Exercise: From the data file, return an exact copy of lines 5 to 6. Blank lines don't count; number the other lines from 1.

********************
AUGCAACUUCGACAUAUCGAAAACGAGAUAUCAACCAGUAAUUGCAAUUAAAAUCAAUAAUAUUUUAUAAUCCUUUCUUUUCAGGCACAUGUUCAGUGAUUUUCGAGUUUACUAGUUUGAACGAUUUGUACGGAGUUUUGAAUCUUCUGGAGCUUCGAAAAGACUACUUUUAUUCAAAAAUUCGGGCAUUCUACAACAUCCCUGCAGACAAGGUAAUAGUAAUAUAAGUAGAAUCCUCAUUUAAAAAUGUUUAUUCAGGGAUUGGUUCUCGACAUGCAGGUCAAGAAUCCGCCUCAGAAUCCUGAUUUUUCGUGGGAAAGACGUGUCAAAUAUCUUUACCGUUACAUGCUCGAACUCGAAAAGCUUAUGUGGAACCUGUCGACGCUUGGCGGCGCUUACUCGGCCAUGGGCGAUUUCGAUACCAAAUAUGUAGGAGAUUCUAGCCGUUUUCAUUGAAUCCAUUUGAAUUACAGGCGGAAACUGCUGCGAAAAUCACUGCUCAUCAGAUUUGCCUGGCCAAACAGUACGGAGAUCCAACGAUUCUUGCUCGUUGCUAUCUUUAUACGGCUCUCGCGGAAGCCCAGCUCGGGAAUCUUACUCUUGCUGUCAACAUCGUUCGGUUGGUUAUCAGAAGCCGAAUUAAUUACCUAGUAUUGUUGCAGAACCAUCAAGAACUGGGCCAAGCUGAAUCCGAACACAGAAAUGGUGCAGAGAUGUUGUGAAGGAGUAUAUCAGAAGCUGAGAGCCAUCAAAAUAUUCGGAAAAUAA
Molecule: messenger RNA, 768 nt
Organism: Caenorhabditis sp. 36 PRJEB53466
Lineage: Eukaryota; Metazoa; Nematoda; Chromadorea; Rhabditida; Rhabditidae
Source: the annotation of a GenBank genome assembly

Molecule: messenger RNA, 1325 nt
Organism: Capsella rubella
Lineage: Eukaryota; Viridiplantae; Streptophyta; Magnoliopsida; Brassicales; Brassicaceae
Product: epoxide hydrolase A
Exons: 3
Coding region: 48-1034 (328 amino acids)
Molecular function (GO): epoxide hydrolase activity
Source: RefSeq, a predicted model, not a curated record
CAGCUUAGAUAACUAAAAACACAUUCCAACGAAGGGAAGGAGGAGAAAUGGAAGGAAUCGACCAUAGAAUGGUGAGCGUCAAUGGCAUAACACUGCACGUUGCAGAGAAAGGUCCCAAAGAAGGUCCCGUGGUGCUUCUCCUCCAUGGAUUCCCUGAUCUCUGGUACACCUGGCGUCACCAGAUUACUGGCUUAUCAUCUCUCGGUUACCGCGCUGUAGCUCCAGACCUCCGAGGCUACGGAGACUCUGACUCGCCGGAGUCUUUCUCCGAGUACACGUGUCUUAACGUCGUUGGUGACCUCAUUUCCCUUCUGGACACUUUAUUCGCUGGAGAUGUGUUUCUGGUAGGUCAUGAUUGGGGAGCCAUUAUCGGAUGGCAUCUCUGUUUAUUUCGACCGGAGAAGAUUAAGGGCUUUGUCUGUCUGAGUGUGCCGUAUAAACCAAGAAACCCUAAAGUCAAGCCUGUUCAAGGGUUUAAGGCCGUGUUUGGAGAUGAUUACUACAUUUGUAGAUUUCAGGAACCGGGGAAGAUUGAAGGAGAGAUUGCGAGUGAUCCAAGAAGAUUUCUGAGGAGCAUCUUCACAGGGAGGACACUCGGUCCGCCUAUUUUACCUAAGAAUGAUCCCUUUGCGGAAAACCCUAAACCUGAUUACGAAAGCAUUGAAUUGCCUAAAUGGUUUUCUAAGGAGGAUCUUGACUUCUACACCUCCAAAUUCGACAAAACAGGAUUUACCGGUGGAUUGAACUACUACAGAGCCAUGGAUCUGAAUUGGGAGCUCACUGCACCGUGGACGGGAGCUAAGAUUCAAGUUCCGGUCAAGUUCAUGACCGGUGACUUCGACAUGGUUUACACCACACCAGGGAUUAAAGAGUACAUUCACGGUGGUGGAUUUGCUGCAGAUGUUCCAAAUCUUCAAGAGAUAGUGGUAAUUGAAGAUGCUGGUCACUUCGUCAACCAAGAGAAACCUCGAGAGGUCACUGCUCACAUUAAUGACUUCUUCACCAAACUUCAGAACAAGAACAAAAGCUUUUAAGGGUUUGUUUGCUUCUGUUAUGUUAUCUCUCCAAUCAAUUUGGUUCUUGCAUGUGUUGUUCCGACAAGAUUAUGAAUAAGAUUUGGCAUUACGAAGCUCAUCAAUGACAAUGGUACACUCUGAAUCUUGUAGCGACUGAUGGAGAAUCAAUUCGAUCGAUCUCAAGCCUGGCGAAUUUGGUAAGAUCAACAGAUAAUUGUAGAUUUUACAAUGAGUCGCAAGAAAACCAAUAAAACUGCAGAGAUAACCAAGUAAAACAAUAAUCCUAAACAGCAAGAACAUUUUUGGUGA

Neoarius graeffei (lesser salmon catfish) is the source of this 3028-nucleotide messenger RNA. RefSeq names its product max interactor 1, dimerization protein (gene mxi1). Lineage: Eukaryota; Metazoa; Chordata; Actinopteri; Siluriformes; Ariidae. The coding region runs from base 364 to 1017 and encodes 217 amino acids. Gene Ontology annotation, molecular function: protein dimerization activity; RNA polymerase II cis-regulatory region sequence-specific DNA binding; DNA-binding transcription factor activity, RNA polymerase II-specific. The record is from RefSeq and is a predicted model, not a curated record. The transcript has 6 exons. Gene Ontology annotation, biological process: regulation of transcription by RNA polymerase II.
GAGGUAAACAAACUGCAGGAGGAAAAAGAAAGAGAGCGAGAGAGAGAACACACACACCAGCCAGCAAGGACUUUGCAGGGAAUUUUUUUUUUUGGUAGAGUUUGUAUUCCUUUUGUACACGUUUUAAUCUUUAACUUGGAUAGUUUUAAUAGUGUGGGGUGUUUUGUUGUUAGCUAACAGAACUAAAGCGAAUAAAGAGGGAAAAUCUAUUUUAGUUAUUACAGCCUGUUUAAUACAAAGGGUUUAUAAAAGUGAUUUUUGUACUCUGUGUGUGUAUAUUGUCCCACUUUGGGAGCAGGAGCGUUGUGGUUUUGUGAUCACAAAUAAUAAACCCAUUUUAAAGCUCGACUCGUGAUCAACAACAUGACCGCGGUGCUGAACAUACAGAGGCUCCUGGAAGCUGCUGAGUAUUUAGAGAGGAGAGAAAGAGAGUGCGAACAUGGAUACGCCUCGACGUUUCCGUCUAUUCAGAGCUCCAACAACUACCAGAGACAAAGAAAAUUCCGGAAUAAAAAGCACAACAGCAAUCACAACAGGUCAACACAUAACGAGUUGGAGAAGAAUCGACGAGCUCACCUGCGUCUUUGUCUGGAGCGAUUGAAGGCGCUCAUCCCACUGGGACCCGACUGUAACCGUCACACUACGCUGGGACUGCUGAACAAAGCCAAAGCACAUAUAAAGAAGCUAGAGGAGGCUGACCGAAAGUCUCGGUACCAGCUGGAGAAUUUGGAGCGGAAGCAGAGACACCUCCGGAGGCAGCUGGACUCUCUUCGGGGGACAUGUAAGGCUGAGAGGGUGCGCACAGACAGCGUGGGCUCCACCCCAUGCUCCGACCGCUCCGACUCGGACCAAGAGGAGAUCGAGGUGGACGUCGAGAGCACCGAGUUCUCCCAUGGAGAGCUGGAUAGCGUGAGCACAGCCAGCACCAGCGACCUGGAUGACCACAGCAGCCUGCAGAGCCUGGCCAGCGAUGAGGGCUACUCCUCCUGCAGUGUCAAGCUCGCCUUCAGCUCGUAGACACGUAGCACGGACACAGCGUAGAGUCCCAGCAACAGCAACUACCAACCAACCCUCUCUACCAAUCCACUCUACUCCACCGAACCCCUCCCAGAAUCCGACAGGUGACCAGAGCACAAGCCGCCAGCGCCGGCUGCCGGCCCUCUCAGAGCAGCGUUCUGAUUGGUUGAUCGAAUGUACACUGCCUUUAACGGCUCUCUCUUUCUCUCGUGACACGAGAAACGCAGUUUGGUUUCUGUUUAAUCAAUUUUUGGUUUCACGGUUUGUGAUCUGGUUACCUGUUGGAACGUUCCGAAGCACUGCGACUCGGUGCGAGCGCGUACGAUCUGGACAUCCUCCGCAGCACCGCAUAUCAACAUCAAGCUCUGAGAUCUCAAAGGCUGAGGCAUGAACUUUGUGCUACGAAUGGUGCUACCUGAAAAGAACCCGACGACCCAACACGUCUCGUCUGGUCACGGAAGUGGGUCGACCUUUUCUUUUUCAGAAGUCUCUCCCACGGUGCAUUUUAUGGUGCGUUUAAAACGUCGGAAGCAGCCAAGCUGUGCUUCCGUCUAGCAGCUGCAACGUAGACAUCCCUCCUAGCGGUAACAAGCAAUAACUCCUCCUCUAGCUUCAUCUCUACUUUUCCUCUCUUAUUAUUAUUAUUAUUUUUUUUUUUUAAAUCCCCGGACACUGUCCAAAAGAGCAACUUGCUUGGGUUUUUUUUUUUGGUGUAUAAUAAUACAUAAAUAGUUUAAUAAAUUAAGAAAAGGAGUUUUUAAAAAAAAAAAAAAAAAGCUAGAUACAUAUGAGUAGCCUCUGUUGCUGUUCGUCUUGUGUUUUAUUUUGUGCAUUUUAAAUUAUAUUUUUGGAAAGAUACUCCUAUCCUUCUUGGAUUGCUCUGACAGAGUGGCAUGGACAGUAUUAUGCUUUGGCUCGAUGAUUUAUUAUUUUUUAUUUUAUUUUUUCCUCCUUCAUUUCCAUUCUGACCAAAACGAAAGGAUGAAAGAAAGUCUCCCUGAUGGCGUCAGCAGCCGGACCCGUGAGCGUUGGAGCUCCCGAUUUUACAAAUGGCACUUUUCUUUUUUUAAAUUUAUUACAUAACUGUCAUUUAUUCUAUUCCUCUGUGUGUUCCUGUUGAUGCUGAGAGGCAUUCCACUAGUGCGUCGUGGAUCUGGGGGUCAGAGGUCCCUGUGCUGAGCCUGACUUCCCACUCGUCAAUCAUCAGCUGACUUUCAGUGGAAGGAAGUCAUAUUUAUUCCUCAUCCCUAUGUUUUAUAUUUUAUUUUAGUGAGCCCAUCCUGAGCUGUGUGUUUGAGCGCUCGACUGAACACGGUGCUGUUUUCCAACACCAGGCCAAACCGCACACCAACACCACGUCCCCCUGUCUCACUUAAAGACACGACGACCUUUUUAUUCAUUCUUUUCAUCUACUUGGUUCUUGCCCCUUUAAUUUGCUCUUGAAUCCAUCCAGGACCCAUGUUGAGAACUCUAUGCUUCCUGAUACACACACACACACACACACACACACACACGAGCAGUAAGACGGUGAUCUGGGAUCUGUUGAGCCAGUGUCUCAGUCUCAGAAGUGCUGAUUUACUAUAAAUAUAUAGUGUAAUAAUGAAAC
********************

Source: the annotation of a GenBank genome assembly

Molecule: messenger RNA, 1325 nt